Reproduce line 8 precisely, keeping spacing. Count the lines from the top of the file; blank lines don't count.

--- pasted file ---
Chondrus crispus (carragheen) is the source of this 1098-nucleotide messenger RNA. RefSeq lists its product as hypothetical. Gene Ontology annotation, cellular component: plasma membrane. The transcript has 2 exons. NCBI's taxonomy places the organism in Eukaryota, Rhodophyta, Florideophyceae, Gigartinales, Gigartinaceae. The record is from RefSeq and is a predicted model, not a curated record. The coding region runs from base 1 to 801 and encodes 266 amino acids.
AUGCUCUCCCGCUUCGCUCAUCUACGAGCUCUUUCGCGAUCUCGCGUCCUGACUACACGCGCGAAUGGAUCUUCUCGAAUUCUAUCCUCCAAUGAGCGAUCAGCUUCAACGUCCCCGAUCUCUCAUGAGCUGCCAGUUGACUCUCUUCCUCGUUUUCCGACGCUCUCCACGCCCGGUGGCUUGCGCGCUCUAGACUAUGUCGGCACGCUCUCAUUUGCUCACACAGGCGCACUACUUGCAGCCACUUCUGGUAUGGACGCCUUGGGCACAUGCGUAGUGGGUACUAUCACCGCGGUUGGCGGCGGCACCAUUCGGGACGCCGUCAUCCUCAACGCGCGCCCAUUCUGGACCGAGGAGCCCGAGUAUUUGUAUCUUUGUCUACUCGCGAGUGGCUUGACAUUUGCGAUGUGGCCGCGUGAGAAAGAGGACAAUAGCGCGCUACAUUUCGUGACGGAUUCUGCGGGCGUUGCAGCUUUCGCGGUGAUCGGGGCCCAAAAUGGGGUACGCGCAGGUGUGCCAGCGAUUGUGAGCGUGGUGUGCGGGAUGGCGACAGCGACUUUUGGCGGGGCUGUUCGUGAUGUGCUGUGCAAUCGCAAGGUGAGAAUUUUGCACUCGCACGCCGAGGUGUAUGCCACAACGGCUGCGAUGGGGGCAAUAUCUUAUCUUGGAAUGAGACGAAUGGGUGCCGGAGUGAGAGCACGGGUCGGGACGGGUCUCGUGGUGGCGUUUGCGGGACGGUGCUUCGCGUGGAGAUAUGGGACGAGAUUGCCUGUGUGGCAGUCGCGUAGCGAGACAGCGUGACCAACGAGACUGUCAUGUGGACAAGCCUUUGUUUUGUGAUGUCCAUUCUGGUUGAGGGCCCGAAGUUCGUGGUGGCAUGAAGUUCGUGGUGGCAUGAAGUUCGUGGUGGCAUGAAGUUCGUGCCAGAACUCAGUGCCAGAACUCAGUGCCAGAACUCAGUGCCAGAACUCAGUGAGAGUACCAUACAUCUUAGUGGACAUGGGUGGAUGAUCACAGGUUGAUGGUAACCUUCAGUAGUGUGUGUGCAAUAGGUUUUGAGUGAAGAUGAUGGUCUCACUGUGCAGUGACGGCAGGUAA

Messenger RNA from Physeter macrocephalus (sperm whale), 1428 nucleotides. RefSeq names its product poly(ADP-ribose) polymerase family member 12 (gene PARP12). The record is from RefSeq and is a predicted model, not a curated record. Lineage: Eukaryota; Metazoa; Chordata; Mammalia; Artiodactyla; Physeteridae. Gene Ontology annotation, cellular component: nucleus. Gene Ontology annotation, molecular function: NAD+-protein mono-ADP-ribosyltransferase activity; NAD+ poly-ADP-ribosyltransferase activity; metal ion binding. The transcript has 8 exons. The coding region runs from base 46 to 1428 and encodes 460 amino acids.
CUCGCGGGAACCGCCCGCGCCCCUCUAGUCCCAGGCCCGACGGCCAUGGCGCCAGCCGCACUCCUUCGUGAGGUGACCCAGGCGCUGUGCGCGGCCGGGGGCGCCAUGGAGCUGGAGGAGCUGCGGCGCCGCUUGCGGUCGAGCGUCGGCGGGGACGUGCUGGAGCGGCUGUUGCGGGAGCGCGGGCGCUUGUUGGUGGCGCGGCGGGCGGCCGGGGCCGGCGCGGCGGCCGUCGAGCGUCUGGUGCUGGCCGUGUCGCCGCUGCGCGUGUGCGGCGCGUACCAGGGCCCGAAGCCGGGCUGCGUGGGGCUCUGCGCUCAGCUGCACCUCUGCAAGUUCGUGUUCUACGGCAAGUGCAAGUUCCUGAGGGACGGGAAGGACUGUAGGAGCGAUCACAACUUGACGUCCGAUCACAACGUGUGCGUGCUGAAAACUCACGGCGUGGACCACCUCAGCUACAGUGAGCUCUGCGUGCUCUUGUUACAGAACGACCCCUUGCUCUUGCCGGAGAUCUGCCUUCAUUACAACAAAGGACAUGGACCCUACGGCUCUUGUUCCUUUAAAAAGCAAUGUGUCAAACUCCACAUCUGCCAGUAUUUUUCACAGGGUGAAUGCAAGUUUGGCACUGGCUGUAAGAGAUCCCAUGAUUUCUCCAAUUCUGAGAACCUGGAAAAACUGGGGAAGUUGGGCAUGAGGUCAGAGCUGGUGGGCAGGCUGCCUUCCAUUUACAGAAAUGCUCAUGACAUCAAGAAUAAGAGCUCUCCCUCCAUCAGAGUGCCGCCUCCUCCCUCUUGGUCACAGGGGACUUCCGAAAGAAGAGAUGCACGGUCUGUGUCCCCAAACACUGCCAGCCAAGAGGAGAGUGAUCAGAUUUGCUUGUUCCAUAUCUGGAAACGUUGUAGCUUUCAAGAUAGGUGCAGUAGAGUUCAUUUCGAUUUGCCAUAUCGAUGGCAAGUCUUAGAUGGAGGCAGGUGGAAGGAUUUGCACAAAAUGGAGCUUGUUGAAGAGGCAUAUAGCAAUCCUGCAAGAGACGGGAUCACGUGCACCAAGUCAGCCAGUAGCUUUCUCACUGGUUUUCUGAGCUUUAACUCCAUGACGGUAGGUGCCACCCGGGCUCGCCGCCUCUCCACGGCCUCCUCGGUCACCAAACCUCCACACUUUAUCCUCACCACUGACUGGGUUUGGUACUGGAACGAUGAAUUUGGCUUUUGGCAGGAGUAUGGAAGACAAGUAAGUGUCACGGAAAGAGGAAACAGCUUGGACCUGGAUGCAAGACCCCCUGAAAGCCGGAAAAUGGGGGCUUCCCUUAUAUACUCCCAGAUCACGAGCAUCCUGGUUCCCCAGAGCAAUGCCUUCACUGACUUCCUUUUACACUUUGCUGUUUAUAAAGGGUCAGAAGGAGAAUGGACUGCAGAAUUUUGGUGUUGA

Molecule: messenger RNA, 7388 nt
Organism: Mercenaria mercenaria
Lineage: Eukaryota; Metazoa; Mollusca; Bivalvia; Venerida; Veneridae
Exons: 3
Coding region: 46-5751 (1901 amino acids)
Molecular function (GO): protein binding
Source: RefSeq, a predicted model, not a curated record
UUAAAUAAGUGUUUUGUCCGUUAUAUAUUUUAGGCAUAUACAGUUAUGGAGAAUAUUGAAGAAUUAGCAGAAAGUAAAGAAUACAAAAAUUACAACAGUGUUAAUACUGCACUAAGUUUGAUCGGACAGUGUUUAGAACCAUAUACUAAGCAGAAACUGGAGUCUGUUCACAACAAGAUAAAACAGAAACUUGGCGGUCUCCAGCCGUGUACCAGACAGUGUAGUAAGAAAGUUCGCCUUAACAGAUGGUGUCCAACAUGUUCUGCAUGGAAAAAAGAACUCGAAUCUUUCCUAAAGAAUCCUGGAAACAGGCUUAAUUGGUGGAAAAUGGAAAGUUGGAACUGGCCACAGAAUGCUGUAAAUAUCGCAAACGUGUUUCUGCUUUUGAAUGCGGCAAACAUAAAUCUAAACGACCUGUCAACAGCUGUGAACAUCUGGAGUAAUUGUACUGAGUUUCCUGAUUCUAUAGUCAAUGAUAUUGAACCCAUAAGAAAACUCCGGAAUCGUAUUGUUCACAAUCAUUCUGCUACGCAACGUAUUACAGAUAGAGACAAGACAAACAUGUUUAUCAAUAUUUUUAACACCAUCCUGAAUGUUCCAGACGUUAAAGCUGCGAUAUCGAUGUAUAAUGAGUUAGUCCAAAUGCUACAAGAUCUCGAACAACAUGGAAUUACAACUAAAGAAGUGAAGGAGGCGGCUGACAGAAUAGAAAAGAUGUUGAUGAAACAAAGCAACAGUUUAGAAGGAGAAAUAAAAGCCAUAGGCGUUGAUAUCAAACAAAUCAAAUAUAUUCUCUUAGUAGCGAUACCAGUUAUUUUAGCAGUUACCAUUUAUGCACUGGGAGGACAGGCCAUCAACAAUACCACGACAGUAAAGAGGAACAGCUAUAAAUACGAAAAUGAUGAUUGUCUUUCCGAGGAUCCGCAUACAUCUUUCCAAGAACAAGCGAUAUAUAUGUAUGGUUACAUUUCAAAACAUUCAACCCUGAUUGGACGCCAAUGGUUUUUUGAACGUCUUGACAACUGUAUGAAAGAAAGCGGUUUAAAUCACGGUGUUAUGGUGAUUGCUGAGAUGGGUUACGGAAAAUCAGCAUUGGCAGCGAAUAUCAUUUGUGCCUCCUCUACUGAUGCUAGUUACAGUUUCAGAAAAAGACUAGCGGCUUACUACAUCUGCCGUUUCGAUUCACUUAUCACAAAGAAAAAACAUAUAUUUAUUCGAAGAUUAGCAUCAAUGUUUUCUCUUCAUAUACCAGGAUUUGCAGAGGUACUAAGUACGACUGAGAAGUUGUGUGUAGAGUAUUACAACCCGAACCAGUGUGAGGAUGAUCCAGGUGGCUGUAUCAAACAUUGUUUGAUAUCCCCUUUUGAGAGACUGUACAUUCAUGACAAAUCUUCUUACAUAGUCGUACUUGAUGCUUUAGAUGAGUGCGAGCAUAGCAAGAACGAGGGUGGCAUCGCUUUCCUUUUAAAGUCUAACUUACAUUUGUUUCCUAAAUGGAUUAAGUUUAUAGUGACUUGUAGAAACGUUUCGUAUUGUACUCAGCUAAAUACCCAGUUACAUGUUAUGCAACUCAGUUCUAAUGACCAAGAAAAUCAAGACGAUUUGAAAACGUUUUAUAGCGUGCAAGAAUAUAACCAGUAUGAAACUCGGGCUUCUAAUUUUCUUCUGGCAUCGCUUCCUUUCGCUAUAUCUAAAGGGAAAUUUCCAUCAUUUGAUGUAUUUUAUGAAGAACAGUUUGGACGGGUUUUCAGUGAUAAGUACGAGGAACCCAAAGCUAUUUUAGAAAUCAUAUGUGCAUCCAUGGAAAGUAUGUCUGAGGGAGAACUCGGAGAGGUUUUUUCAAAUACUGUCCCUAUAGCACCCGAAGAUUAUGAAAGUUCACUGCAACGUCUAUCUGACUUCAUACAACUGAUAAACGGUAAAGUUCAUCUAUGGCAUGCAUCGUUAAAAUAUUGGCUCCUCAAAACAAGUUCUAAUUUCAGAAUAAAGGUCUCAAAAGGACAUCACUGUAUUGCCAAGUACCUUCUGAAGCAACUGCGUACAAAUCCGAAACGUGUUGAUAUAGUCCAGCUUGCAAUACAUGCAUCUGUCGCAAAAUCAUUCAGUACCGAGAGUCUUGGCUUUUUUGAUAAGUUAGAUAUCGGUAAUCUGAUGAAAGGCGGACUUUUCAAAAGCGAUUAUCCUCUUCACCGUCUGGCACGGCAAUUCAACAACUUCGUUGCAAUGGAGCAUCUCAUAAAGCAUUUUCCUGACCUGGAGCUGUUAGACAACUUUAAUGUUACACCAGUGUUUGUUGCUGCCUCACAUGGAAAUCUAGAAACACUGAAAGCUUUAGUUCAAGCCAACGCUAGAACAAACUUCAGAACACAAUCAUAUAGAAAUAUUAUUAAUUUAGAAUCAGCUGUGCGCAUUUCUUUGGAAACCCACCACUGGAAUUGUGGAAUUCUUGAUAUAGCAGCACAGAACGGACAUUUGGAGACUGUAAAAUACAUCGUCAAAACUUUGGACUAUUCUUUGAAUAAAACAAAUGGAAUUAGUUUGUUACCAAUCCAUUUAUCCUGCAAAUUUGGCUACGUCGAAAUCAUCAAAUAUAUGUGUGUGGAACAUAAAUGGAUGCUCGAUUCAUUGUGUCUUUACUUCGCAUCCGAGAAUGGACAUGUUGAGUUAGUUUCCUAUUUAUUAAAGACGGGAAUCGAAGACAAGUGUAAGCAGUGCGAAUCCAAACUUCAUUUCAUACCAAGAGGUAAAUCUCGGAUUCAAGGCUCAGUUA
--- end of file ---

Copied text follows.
Exons: 3